I mean, we're talking about from meat to cigarettes. So my father has to solve this and have to solve the queues because to buy things in the supermarket because there were so small amount of products they have to do queues. So he was thought to be sort of an ally to the government, even though there was a decision from the armed forces to provide three or four generals for different issues. But they knew that my father was a man who was a progressive man. And he did not agree with a coup d'état because he thought that presidents are elected, democratically, and it’s the people who will decide if a President continues or not, and not the Armed Forces through a coupe d’état.
So they took him in prison, and he was in for almost a year. And he was tortured in different ways. Psychologically, and also physically. They have him in isolation, they put him in a place close to the bed, a gun, so he could shoot himself. He did not do that, of course, but they were incentivating this kind of thing. And they brought him back to the public jail. And then he had a heart attack and he died of a heart attack.
They tried, I mean, they did not have the adequate health attention so he did not receive it. So he died there. There was a doctor, a doctor for the Air Force, who was also in jail with him. He tried to make all the medical, I would say, procedures but it was not possible. So he died, and he was 50 years old when he died. Okay, yeah. 50 years old. My father, my brother was gone to Australia some years before looking for other perspectives so we were just my mom and me. And then we continued working, trying to make advocacy and increase awareness of what was happening in my country, outside Chile, and inside Chile.
So they took us to a clandestine jail. That was February 1974, no, ‘75 sorry. At the end, would they permitted us to leave the country to go to Australia, after being two weeks disappeared, three weeks disappeared. So I always think in this job that I'm doing now, for me, when I'm speaking to people I say, you don’t need to explain me that. I’ve been there. I have been arbitrarily detained. I've been with enforced disappearance. Fortunately, I’m alive, both of us were alive, so then we went to Australia.
Melissa Fleming 13:22
I mean, that year, when your father was in prison, that must have been incredibly distressing for you. How old were you then and how did you cope? How did you get information about his situation? And what did you and your mother do to try to get him out?
Michelle Bachelet 13:41
Yeah, well, I was what, 21-22 years old. I was studying medicine. I was going to see him. They had visit once a week. We want to see him when basically whenever I could. But it was… I mean, it was very painful. First of all, because nobody knew what was gonna happen. We were hearing from so many other people in jail, that suddenly they disappear, they appear dead. So we didn't know. At the same time, there was other governments that were asking the military junta to release my father and let him go to some other neighbouring countries but they didn’t do it.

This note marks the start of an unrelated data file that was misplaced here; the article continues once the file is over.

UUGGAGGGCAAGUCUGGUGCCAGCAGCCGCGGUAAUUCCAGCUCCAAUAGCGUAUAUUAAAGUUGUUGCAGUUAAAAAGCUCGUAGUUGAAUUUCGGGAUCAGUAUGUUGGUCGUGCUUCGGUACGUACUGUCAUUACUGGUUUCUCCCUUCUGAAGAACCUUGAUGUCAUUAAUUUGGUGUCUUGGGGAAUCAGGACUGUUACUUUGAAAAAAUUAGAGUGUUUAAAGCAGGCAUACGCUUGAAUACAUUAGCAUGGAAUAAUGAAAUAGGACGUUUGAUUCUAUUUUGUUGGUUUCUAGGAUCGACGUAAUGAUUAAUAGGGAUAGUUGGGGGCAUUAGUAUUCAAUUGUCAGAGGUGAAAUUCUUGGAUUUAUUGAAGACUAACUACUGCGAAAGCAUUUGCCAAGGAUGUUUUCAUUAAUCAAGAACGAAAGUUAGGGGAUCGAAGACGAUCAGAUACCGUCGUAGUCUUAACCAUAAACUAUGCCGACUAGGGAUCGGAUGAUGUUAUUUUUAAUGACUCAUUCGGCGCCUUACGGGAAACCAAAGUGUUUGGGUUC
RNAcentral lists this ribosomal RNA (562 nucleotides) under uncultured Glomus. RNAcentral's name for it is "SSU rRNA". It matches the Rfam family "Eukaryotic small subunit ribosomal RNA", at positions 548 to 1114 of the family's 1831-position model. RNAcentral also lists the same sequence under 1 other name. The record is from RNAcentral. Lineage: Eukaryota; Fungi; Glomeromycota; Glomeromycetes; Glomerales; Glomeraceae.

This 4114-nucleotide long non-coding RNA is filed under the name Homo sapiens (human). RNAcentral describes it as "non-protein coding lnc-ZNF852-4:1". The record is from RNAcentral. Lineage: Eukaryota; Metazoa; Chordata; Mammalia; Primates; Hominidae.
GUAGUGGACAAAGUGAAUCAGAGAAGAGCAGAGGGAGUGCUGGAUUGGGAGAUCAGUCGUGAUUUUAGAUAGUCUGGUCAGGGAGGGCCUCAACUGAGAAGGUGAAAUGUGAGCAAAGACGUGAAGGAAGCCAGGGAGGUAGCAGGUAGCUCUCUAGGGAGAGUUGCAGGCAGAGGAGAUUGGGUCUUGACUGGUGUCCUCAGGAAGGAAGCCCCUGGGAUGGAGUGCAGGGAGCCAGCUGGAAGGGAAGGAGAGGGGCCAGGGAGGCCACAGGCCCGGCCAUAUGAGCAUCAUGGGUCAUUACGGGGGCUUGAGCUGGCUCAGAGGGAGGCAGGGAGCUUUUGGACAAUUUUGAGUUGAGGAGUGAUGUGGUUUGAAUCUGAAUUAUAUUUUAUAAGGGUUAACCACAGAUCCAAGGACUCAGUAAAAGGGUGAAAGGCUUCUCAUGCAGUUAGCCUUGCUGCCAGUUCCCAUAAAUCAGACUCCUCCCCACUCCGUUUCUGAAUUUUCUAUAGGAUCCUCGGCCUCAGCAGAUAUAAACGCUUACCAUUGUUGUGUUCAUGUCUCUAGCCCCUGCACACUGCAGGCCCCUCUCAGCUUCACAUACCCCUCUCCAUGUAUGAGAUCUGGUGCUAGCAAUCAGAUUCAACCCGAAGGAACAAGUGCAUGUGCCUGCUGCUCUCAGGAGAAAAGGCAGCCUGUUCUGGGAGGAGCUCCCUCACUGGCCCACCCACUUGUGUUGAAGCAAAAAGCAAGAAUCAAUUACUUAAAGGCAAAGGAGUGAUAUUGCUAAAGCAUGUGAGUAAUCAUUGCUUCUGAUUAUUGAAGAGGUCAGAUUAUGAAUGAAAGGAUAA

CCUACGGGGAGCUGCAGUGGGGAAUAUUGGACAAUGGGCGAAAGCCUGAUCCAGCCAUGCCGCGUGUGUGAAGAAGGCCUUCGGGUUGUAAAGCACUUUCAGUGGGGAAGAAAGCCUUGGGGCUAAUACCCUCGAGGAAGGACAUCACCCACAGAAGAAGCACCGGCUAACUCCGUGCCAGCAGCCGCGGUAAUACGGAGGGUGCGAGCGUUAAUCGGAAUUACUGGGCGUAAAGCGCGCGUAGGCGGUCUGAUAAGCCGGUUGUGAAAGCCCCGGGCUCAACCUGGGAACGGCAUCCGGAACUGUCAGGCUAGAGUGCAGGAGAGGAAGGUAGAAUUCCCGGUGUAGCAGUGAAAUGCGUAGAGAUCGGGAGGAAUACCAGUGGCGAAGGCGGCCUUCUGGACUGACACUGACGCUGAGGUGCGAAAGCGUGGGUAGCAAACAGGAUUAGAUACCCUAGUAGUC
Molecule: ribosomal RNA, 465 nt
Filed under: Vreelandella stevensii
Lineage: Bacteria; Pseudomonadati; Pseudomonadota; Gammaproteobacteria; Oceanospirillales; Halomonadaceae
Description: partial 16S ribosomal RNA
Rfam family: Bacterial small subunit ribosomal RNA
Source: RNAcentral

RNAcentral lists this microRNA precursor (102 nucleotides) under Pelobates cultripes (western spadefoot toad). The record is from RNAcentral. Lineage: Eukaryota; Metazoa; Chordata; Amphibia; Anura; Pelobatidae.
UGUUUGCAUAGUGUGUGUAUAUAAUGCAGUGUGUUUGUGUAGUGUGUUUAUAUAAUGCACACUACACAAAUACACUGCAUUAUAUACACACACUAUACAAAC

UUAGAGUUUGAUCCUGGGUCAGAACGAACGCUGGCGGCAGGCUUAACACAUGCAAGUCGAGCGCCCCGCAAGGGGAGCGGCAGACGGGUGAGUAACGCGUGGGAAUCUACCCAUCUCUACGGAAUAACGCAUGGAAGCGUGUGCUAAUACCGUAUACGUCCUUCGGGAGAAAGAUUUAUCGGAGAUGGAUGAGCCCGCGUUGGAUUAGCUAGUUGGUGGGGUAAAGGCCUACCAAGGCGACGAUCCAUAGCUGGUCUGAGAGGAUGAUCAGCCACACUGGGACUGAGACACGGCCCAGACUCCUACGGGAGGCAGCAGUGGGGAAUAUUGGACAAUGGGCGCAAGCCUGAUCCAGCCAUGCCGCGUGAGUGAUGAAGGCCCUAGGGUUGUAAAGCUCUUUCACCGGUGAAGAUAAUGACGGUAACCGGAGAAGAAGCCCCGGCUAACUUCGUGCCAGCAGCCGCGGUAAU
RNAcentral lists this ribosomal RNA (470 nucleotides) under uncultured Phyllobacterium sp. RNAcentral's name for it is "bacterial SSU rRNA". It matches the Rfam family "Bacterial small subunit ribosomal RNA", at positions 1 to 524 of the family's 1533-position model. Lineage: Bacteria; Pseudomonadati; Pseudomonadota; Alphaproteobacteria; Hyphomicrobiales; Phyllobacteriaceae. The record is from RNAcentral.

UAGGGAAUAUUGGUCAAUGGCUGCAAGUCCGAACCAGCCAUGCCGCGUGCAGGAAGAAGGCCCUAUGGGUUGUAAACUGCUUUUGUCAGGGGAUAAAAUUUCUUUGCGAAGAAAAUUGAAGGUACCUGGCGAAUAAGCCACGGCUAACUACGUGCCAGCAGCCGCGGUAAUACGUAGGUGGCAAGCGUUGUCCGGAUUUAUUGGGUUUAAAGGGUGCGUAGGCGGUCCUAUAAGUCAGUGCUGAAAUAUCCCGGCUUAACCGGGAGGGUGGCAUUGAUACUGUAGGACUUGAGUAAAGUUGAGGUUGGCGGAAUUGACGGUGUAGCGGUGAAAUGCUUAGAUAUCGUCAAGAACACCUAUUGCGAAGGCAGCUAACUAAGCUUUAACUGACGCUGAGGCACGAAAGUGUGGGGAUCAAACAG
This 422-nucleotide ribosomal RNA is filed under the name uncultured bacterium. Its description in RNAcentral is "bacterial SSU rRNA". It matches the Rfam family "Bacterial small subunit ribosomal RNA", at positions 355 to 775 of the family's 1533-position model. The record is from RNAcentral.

On the other hand, at the university, you could feel because, of course, there was a lot of doctors and professors who left the country because they were, I mean, they were pro against this government. So they were either expelled from the university or harassed so many of those professors that you have certain, I would say proximity, they were not there anymore. So there were, on the contrary, people very hardliners, pro-junta, so many of them knowing that my father was in prison, they were pretty nasty many times with me.
For example, I was not speaking when somebody was speaking in a class and then somebody says “Bachelet, silent” and I was silent, but so there was a lot of stupid little harassment issues, but for woman who is young, it's pretty uncomfortable as well. And also knowing that in every moment they can take you into prison because of the thing you're doing or the way you think, or, or the way you speak. So it was, yeah, it was pretty stressful, but at the end, I always felt that I'm privileged because I'm alive. I have a lot of friends of mine who were killed or disappeared. And we never knew their whereabouts. So I feel that at the end, I had a hard time, yes. But some other people had much worse.
Melissa Fleming 15:49
I guess it's always relative. But I guess it must have been really distressing and worrying to have your father, all of a sudden, in a prison. And you and your mother, as you mentioned, you also were taken to prison. Can you tell us a little bit about what it was like in that prison during those two weeks?
Michelle Bachelet 16:13
Well, we were not in a prison prison, we were in a place of detention but that was clandestine. Because prisons are under gendarmerie (police forces), you are publicly there. I mean, my father, before he went into the public prison, he was in all these little places where nobody knew where he was. And we were taking from my home to these places that don't exist. So they are sort of clandestine prisons, that they were in the hands not of their prison guards, they were in the hands of the intelligence agencies. So those were the people who would guard us, if I may say, and these guys weren’t nice, they were not really nice.